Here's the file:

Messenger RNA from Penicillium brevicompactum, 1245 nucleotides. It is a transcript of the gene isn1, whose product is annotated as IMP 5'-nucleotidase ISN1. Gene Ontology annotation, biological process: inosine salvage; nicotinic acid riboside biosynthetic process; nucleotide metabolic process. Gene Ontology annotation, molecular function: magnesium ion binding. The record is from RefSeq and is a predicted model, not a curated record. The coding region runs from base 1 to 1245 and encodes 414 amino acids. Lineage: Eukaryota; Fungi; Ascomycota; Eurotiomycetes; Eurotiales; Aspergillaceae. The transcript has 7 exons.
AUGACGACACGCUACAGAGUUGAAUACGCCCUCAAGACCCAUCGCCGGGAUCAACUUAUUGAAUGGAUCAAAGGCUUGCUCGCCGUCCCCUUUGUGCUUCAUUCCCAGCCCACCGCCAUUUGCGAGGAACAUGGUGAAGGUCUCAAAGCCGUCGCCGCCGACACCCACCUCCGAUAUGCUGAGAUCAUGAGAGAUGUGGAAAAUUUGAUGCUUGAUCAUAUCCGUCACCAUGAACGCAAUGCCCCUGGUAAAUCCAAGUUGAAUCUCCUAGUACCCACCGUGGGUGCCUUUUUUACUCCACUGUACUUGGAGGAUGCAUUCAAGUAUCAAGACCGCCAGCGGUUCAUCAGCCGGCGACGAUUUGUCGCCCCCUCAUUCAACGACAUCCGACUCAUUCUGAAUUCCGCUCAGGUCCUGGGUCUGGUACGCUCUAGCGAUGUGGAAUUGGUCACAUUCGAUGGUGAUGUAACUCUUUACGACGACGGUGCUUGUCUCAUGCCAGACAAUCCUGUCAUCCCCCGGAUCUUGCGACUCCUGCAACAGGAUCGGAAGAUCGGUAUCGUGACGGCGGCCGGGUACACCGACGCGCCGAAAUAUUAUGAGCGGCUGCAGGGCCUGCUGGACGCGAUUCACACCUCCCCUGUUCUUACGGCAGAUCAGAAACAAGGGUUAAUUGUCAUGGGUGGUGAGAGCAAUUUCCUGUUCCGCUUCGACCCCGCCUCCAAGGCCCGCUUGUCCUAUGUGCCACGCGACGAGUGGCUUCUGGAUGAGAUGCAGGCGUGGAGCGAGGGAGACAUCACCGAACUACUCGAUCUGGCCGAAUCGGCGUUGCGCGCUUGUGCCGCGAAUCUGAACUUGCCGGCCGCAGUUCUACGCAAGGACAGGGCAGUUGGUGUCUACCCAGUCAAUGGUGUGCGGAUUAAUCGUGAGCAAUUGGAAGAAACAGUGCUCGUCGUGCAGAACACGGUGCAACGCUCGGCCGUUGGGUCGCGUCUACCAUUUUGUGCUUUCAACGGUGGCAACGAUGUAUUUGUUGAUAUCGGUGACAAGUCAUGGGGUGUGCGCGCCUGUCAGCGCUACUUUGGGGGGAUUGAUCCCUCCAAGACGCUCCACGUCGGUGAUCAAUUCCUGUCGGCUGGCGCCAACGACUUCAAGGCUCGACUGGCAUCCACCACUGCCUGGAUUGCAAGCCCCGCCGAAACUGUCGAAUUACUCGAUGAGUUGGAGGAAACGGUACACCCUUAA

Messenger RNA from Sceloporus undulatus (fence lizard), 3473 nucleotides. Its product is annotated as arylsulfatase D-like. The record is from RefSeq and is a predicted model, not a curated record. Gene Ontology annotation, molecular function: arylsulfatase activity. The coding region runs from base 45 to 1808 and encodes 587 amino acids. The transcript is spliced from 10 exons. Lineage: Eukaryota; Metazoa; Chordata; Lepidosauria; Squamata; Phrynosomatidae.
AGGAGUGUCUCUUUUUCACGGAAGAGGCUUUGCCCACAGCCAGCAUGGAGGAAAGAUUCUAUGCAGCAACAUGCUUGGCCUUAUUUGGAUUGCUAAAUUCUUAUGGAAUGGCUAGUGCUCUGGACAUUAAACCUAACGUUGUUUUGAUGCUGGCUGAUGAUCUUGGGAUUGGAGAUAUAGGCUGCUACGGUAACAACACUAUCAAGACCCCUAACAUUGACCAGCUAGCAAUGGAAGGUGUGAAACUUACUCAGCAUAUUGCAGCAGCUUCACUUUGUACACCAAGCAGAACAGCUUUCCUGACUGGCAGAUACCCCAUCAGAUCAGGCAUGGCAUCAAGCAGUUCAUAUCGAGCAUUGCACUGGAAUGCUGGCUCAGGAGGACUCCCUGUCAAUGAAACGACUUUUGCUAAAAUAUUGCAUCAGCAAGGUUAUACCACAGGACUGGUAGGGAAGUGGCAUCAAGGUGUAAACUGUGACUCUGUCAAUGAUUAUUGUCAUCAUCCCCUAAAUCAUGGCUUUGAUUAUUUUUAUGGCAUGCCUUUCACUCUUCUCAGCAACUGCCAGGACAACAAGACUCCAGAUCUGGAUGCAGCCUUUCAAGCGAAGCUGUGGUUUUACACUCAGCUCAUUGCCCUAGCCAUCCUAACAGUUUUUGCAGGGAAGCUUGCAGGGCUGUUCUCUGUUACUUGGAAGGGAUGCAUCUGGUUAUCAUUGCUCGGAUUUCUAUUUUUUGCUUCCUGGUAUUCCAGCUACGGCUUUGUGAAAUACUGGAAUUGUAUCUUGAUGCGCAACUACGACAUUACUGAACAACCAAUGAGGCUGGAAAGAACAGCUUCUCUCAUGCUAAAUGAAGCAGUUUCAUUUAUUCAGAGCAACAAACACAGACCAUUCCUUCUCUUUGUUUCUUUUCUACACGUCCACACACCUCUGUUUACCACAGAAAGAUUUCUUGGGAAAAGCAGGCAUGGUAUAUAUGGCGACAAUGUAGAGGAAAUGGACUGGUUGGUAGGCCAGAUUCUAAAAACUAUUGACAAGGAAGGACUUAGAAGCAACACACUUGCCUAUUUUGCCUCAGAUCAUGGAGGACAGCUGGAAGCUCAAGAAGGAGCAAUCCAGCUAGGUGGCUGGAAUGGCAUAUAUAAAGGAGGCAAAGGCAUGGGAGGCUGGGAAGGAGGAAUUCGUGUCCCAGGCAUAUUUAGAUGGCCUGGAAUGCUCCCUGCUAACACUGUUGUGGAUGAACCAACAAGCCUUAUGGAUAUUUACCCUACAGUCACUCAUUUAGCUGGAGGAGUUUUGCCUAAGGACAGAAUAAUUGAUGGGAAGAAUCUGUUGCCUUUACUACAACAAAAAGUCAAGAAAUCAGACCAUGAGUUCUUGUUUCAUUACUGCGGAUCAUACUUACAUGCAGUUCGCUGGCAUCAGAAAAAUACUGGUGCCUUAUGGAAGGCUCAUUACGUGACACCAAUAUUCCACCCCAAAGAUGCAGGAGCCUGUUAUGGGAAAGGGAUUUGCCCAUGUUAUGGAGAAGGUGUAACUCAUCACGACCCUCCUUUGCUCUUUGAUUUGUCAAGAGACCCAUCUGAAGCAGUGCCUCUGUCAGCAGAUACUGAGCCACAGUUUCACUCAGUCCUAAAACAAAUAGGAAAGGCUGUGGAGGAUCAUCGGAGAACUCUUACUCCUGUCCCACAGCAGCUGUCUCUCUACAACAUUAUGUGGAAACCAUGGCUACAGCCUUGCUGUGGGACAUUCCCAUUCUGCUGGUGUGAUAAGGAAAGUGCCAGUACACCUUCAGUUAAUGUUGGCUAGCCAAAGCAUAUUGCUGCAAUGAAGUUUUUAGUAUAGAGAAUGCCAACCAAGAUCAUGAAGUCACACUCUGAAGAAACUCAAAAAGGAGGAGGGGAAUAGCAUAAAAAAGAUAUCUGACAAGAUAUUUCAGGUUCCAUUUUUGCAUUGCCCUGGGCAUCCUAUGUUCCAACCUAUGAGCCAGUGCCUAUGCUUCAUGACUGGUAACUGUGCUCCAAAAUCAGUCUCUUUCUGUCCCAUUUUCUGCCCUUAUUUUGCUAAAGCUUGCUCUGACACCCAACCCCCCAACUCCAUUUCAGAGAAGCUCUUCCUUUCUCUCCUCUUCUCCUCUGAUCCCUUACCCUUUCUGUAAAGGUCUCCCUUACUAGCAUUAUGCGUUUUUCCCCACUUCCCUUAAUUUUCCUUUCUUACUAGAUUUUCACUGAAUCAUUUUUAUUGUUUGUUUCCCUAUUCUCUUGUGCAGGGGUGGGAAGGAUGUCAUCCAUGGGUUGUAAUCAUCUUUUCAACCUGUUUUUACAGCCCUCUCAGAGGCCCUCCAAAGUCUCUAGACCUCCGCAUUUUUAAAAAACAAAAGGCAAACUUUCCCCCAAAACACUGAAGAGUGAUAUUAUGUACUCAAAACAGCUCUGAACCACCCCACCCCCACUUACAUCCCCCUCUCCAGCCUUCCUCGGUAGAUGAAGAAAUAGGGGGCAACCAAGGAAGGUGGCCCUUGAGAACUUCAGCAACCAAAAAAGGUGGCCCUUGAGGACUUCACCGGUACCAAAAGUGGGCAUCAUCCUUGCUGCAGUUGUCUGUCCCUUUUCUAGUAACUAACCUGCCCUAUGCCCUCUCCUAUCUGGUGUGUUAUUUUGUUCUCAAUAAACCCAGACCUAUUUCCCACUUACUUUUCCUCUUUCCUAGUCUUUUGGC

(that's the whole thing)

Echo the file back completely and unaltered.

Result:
Messenger RNA from Penicillium brevicompactum, 1245 nucleotides. It is a transcript of the gene isn1, whose product is annotated as IMP 5'-nucleotidase ISN1. Gene Ontology annotation, biological process: inosine salvage; nicotinic acid riboside biosynthetic process; nucleotide metabolic process. Gene Ontology annotation, molecular function: magnesium ion binding. The record is from RefSeq and is a predicted model, not a curated record. The coding region runs from base 1 to 1245 and encodes 414 amino acids. Lineage: Eukaryota; Fungi; Ascomycota; Eurotiomycetes; Eurotiales; Aspergillaceae. The transcript has 7 exons.
AUGACGACACGCUACAGAGUUGAAUACGCCCUCAAGACCCAUCGCCGGGAUCAACUUAUUGAAUGGAUCAAAGGCUUGCUCGCCGUCCCCUUUGUGCUUCAUUCCCAGCCCACCGCCAUUUGCGAGGAACAUGGUGAAGGUCUCAAAGCCGUCGCCGCCGACACCCACCUCCGAUAUGCUGAGAUCAUGAGAGAUGUGGAAAAUUUGAUGCUUGAUCAUAUCCGUCACCAUGAACGCAAUGCCCCUGGUAAAUCCAAGUUGAAUCUCCUAGUACCCACCGUGGGUGCCUUUUUUACUCCACUGUACUUGGAGGAUGCAUUCAAGUAUCAAGACCGCCAGCGGUUCAUCAGCCGGCGACGAUUUGUCGCCCCCUCAUUCAACGACAUCCGACUCAUUCUGAAUUCCGCUCAGGUCCUGGGUCUGGUACGCUCUAGCGAUGUGGAAUUGGUCACAUUCGAUGGUGAUGUAACUCUUUACGACGACGGUGCUUGUCUCAUGCCAGACAAUCCUGUCAUCCCCCGGAUCUUGCGACUCCUGCAACAGGAUCGGAAGAUCGGUAUCGUGACGGCGGCCGGGUACACCGACGCGCCGAAAUAUUAUGAGCGGCUGCAGGGCCUGCUGGACGCGAUUCACACCUCCCCUGUUCUUACGGCAGAUCAGAAACAAGGGUUAAUUGUCAUGGGUGGUGAGAGCAAUUUCCUGUUCCGCUUCGACCCCGCCUCCAAGGCCCGCUUGUCCUAUGUGCCACGCGACGAGUGGCUUCUGGAUGAGAUGCAGGCGUGGAGCGAGGGAGACAUCACCGAACUACUCGAUCUGGCCGAAUCGGCGUUGCGCGCUUGUGCCGCGAAUCUGAACUUGCCGGCCGCAGUUCUACGCAAGGACAGGGCAGUUGGUGUCUACCCAGUCAAUGGUGUGCGGAUUAAUCGUGAGCAAUUGGAAGAAACAGUGCUCGUCGUGCAGAACACGGUGCAACGCUCGGCCGUUGGGUCGCGUCUACCAUUUUGUGCUUUCAACGGUGGCAACGAUGUAUUUGUUGAUAUCGGUGACAAGUCAUGGGGUGUGCGCGCCUGUCAGCGCUACUUUGGGGGGAUUGAUCCCUCCAAGACGCUCCACGUCGGUGAUCAAUUCCUGUCGGCUGGCGCCAACGACUUCAAGGCUCGACUGGCAUCCACCACUGCCUGGAUUGCAAGCCCCGCCGAAACUGUCGAAUUACUCGAUGAGUUGGAGGAAACGGUACACCCUUAA

Messenger RNA from Sceloporus undulatus (fence lizard), 3473 nucleotides. Its product is annotated as arylsulfatase D-like. The record is from RefSeq and is a predicted model, not a curated record. Gene Ontology annotation, molecular function: arylsulfatase activity. The coding region runs from base 45 to 1808 and encodes 587 amino acids. The transcript is spliced from 10 exons. Lineage: Eukaryota; Metazoa; Chordata; Lepidosauria; Squamata; Phrynosomatidae.
AGGAGUGUCUCUUUUUCACGGAAGAGGCUUUGCCCACAGCCAGCAUGGAGGAAAGAUUCUAUGCAGCAACAUGCUUGGCCUUAUUUGGAUUGCUAAAUUCUUAUGGAAUGGCUAGUGCUCUGGACAUUAAACCUAACGUUGUUUUGAUGCUGGCUGAUGAUCUUGGGAUUGGAGAUAUAGGCUGCUACGGUAACAACACUAUCAAGACCCCUAACAUUGACCAGCUAGCAAUGGAAGGUGUGAAACUUACUCAGCAUAUUGCAGCAGCUUCACUUUGUACACCAAGCAGAACAGCUUUCCUGACUGGCAGAUACCCCAUCAGAUCAGGCAUGGCAUCAAGCAGUUCAUAUCGAGCAUUGCACUGGAAUGCUGGCUCAGGAGGACUCCCUGUCAAUGAAACGACUUUUGCUAAAAUAUUGCAUCAGCAAGGUUAUACCACAGGACUGGUAGGGAAGUGGCAUCAAGGUGUAAACUGUGACUCUGUCAAUGAUUAUUGUCAUCAUCCCCUAAAUCAUGGCUUUGAUUAUUUUUAUGGCAUGCCUUUCACUCUUCUCAGCAACUGCCAGGACAACAAGACUCCAGAUCUGGAUGCAGCCUUUCAAGCGAAGCUGUGGUUUUACACUCAGCUCAUUGCCCUAGCCAUCCUAACAGUUUUUGCAGGGAAGCUUGCAGGGCUGUUCUCUGUUACUUGGAAGGGAUGCAUCUGGUUAUCAUUGCUCGGAUUUCUAUUUUUUGCUUCCUGGUAUUCCAGCUACGGCUUUGUGAAAUACUGGAAUUGUAUCUUGAUGCGCAACUACGACAUUACUGAACAACCAAUGAGGCUGGAAAGAACAGCUUCUCUCAUGCUAAAUGAAGCAGUUUCAUUUAUUCAGAGCAACAAACACAGACCAUUCCUUCUCUUUGUUUCUUUUCUACACGUCCACACACCUCUGUUUACCACAGAAAGAUUUCUUGGGAAAAGCAGGCAUGGUAUAUAUGGCGACAAUGUAGAGGAAAUGGACUGGUUGGUAGGCCAGAUUCUAAAAACUAUUGACAAGGAAGGACUUAGAAGCAACACACUUGCCUAUUUUGCCUCAGAUCAUGGAGGACAGCUGGAAGCUCAAGAAGGAGCAAUCCAGCUAGGUGGCUGGAAUGGCAUAUAUAAAGGAGGCAAAGGCAUGGGAGGCUGGGAAGGAGGAAUUCGUGUCCCAGGCAUAUUUAGAUGGCCUGGAAUGCUCCCUGCUAACACUGUUGUGGAUGAACCAACAAGCCUUAUGGAUAUUUACCCUACAGUCACUCAUUUAGCUGGAGGAGUUUUGCCUAAGGACAGAAUAAUUGAUGGGAAGAAUCUGUUGCCUUUACUACAACAAAAAGUCAAGAAAUCAGACCAUGAGUUCUUGUUUCAUUACUGCGGAUCAUACUUACAUGCAGUUCGCUGGCAUCAGAAAAAUACUGGUGCCUUAUGGAAGGCUCAUUACGUGACACCAAUAUUCCACCCCAAAGAUGCAGGAGCCUGUUAUGGGAAAGGGAUUUGCCCAUGUUAUGGAGAAGGUGUAACUCAUCACGACCCUCCUUUGCUCUUUGAUUUGUCAAGAGACCCAUCUGAAGCAGUGCCUCUGUCAGCAGAUACUGAGCCACAGUUUCACUCAGUCCUAAAACAAAUAGGAAAGGCUGUGGAGGAUCAUCGGAGAACUCUUACUCCUGUCCCACAGCAGCUGUCUCUCUACAACAUUAUGUGGAAACCAUGGCUACAGCCUUGCUGUGGGACAUUCCCAUUCUGCUGGUGUGAUAAGGAAAGUGCCAGUACACCUUCAGUUAAUGUUGGCUAGCCAAAGCAUAUUGCUGCAAUGAAGUUUUUAGUAUAGAGAAUGCCAACCAAGAUCAUGAAGUCACACUCUGAAGAAACUCAAAAAGGAGGAGGGGAAUAGCAUAAAAAAGAUAUCUGACAAGAUAUUUCAGGUUCCAUUUUUGCAUUGCCCUGGGCAUCCUAUGUUCCAACCUAUGAGCCAGUGCCUAUGCUUCAUGACUGGUAACUGUGCUCCAAAAUCAGUCUCUUUCUGUCCCAUUUUCUGCCCUUAUUUUGCUAAAGCUUGCUCUGACACCCAACCCCCCAACUCCAUUUCAGAGAAGCUCUUCCUUUCUCUCCUCUUCUCCUCUGAUCCCUUACCCUUUCUGUAAAGGUCUCCCUUACUAGCAUUAUGCGUUUUUCCCCACUUCCCUUAAUUUUCCUUUCUUACUAGAUUUUCACUGAAUCAUUUUUAUUGUUUGUUUCCCUAUUCUCUUGUGCAGGGGUGGGAAGGAUGUCAUCCAUGGGUUGUAAUCAUCUUUUCAACCUGUUUUUACAGCCCUCUCAGAGGCCCUCCAAAGUCUCUAGACCUCCGCAUUUUUAAAAAACAAAAGGCAAACUUUCCCCCAAAACACUGAAGAGUGAUAUUAUGUACUCAAAACAGCUCUGAACCACCCCACCCCCACUUACAUCCCCCUCUCCAGCCUUCCUCGGUAGAUGAAGAAAUAGGGGGCAACCAAGGAAGGUGGCCCUUGAGAACUUCAGCAACCAAAAAAGGUGGCCCUUGAGGACUUCACCGGUACCAAAAGUGGGCAUCAUCCUUGCUGCAGUUGUCUGUCCCUUUUCUAGUAACUAACCUGCCCUAUGCCCUCUCCUAUCUGGUGUGUUAUUUUGUUCUCAAUAAACCCAGACCUAUUUCCCACUUACUUUUCCUCUUUCCUAGUCUUUUGGC